Founded in California in 1984 by CEO Don Chang and his wife. About 60% of its apparel is manufactured in China. Operates about 500 retail stores around the world. Filed for bankruptcy in 2019 and acquired by Authentic Brands Group, Simon Property Group and Brookfield Property Partners in 2020. Forever 21 entered Australia in 2014, but left in 2017.
|Forever 21 Inc||USA||website|
| SPARC Group LLC
owns 100% of Forever 21 Inc
| Simon Property Group Inc
owns 50% of SPARC Group LLC
| Authentic Brands Group LLC
owns 50% of SPARC Group LLC
| BlackRock Inc
owns 30% of Authentic Brands Group LLC
|Forever 21 Inc|
This company has signed the Cotton Pledge with the Responsible Sourcing Network, signifying a public commitment to not knowingly source Uzbek cotton for the manufacturing of any of their products until the Government of Uzbekistan ends the practice of forced labor in its cotton sector. The Uzbek government uses local government officials, hospital directors, and school presidents to mobilize workers; and detains and tortures human rights defenders seeking to monitor the harvests.
Source: As You Sow (2019)
In 2012 the U.S. Department of Labor said it found widespread 'sweatshop-like' labor violations in downtown LA's fashion district, resulting in the recovery of more than $326,200 in back wages for 185 employees. The garments being produced by violators were destined for sale at more than 30 retailers nationwide, including this one.
Source: US Dept of Labor (2015)
The 2020 Fashion Transparency Index reviewed 250 of the world's largest fashion brands and retailers and ranked them according to how much they disclose about their social and environmental policies, practices and impacts. Brands owned by this company scored 7%, signifying it has little to no information about their supply chain practices or policies available to the public. The average score was 23% and the highest score was 73%.
Source: Fashion Revolution (2020)
D- grade in the Baptist World Aid Australia's 'Ethical Fashion Report 2019', which grades companies, from A to F, on the strength of their systems to mitigate against the risks of forced labour, child labour and worker exploitation in their supply chains, as well as protect the environment from the harmful impacts of the fashion industry. Assessment criteria fall into five main categories: policies, transparency and traceability, auditing and supplier relationships, worker empowerment and environmental management.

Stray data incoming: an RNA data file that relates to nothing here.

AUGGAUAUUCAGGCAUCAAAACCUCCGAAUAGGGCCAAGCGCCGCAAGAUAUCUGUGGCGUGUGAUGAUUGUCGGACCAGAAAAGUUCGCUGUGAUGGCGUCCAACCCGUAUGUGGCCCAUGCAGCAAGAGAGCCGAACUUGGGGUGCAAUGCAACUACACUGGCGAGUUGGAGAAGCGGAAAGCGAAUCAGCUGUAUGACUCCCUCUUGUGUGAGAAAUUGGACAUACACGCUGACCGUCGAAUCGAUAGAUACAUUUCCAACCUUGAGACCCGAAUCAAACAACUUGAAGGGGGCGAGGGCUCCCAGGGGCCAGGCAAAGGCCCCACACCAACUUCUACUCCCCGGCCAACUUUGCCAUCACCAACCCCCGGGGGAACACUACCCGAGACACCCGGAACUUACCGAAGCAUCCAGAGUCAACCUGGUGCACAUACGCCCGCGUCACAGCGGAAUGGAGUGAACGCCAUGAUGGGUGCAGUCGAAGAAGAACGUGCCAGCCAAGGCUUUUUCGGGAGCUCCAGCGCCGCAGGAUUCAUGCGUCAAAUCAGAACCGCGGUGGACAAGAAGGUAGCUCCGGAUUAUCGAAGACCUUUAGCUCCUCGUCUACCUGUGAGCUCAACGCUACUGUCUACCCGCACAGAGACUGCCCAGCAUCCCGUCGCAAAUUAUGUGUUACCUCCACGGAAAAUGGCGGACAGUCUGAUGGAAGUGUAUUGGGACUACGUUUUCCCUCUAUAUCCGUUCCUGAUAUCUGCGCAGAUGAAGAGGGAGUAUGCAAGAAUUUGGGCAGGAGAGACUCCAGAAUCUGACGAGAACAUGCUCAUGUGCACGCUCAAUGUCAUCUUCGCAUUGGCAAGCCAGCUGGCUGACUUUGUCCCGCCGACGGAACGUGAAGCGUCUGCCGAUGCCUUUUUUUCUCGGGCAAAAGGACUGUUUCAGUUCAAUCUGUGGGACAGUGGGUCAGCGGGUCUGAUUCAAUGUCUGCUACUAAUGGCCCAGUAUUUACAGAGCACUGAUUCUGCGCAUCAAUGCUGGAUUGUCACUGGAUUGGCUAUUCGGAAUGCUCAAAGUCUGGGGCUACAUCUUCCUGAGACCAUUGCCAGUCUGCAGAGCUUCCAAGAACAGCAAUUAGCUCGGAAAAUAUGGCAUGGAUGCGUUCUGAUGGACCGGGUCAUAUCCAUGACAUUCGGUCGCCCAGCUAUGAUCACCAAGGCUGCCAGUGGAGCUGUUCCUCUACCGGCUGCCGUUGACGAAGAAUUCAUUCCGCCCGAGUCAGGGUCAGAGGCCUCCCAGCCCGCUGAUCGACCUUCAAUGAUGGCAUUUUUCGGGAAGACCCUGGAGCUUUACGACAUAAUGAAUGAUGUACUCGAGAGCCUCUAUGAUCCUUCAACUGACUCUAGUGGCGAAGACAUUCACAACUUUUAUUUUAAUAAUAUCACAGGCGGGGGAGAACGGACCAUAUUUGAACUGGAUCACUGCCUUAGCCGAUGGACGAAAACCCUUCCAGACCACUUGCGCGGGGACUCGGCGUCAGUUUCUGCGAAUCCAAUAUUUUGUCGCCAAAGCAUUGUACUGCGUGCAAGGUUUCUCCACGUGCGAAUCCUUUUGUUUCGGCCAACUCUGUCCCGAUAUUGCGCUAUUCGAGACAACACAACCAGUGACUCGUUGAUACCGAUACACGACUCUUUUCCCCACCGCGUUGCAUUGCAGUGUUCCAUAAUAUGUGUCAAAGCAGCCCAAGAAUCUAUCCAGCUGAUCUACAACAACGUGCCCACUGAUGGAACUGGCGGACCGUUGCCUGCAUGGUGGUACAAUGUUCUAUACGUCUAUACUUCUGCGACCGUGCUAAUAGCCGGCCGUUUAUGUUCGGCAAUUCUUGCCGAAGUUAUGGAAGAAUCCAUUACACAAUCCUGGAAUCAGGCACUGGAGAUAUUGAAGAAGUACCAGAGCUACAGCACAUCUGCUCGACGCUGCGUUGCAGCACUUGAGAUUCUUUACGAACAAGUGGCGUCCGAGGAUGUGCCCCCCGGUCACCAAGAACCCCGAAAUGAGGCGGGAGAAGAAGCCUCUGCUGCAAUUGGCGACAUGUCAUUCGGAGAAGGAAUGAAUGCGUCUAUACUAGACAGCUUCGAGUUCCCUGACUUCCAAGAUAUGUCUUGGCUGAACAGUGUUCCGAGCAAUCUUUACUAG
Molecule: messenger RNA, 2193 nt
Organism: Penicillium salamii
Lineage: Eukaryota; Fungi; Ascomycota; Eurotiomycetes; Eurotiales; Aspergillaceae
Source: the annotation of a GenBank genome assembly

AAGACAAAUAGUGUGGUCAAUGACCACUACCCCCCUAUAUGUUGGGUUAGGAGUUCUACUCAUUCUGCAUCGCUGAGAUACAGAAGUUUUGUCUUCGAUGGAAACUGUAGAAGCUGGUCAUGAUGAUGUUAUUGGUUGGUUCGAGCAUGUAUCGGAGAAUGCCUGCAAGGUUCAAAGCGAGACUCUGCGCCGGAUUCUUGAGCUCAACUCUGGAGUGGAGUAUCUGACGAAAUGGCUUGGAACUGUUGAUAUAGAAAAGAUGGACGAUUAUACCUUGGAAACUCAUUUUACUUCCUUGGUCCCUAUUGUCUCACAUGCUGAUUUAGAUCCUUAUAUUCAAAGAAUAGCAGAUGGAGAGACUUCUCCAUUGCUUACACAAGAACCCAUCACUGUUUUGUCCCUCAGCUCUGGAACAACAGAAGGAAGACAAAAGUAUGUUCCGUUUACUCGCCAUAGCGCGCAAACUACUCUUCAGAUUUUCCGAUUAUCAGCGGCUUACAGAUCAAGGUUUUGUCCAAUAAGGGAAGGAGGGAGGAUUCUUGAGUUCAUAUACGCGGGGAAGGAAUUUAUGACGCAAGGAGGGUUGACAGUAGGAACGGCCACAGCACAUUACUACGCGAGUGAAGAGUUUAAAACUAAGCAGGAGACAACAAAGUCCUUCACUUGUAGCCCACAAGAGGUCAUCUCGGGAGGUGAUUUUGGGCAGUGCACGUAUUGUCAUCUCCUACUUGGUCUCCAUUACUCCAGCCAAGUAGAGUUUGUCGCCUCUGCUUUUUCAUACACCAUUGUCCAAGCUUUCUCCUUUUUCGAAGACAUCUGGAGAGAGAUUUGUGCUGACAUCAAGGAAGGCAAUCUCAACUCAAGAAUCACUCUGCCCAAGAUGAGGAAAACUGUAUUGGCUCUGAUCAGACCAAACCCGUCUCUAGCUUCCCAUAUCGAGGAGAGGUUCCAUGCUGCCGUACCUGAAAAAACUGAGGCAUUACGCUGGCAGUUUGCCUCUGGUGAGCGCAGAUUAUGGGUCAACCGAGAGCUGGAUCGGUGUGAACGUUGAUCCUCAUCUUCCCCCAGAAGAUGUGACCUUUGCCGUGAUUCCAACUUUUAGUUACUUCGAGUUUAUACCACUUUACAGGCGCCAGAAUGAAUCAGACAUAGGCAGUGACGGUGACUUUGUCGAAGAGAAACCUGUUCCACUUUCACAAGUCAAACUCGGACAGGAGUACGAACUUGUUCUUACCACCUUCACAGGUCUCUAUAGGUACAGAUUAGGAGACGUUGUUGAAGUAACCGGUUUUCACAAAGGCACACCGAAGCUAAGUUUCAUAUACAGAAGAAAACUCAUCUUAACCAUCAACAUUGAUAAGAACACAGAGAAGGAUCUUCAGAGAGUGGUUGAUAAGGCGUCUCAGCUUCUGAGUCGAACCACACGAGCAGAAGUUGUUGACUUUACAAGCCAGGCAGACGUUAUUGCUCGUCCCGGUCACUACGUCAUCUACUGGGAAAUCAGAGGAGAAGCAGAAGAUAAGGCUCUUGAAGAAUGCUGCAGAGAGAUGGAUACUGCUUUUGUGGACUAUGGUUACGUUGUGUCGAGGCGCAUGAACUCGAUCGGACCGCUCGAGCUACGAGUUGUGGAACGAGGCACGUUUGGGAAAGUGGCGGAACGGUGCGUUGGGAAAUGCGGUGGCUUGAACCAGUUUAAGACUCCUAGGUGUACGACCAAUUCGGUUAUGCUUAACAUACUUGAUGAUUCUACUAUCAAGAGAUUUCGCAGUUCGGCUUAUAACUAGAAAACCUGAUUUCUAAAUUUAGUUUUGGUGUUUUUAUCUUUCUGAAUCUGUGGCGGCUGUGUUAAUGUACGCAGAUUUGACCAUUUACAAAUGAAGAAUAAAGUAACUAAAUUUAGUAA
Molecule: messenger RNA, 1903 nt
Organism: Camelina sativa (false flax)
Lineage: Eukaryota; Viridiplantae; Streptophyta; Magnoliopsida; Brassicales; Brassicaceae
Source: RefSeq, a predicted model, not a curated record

Source: Baptist World Aid Australia (2019)
In 2020 Baptist World Aid Australia released The COVID Fashion Report, a special edition of their Ethical Fashion Report. The report is framed around six COVID Fashion Commitments that ask companies to demonstrate the steps and measures they are taking to protect and support the most vulnerable workers in their supply chains. This company showed no evidence of actions that it covered any of the COVID Fashion Commitments.
Source: Baptist World Aid Australia (2020)
In 2015 the Rainforest Action Network (RAN) released a report documenting the results of decades of irresponsible fabric sourcing including land grabbing, forest destruction and human rights abuse to forest-dependent communities caused by deforestation from tree-based fabric production companies. This company was one of the "Fashion Fifteen" implicated in the report for irresponsibly sourcing tree-based fabrics such as rayon and viscose.
Source: RAN (2015)
This 2011 report by the International Textile Garment and Leather Workers' Federation (ITGLWF) examined working conditions in 83 factories in Indonesia, Sri Lanka and the Philippines. Investigations found that widespread violations and abuses of workers' rights continue to be the norm, such as underpaying workers, long hours, forced overtime, and repression of the freedom of association. This company's brands were found to be made in one or more of the 83 factories covered in the research. [Listed under Information due to age of report]
Source: ITGLWF (2011)
The Apparel and Footwear Supply Chain Transparency Pledge (Transparency Pledge) helps demonstrate apparel and footwear companies' commitment towards greater transparency in their manufacturing supply chain. Transparency of a company's manufacturing supply chain better enables a company to collaborate with civil society in identifying, assessing, and avoiding actual or potential adverse human rights impacts. This is a critical step that strengthens a company's human rights due diligence. This company is not aligned with the Transparency Pledge and has made no commitment to publish supplier factory information.
Source: Transparency Pledge (2019)
This company has announced that they don't sell animal fur or are phasing in a fur-free policy.
Source: Humane Society (2019)
This company has taken angora items off the shelves and promised not to use angora again, following a PETA campaign launched in Dec 2013 which revealed the cruelty inflicted on angora rabbits in Chinese factory farms, where 90% of the world's angora is produced.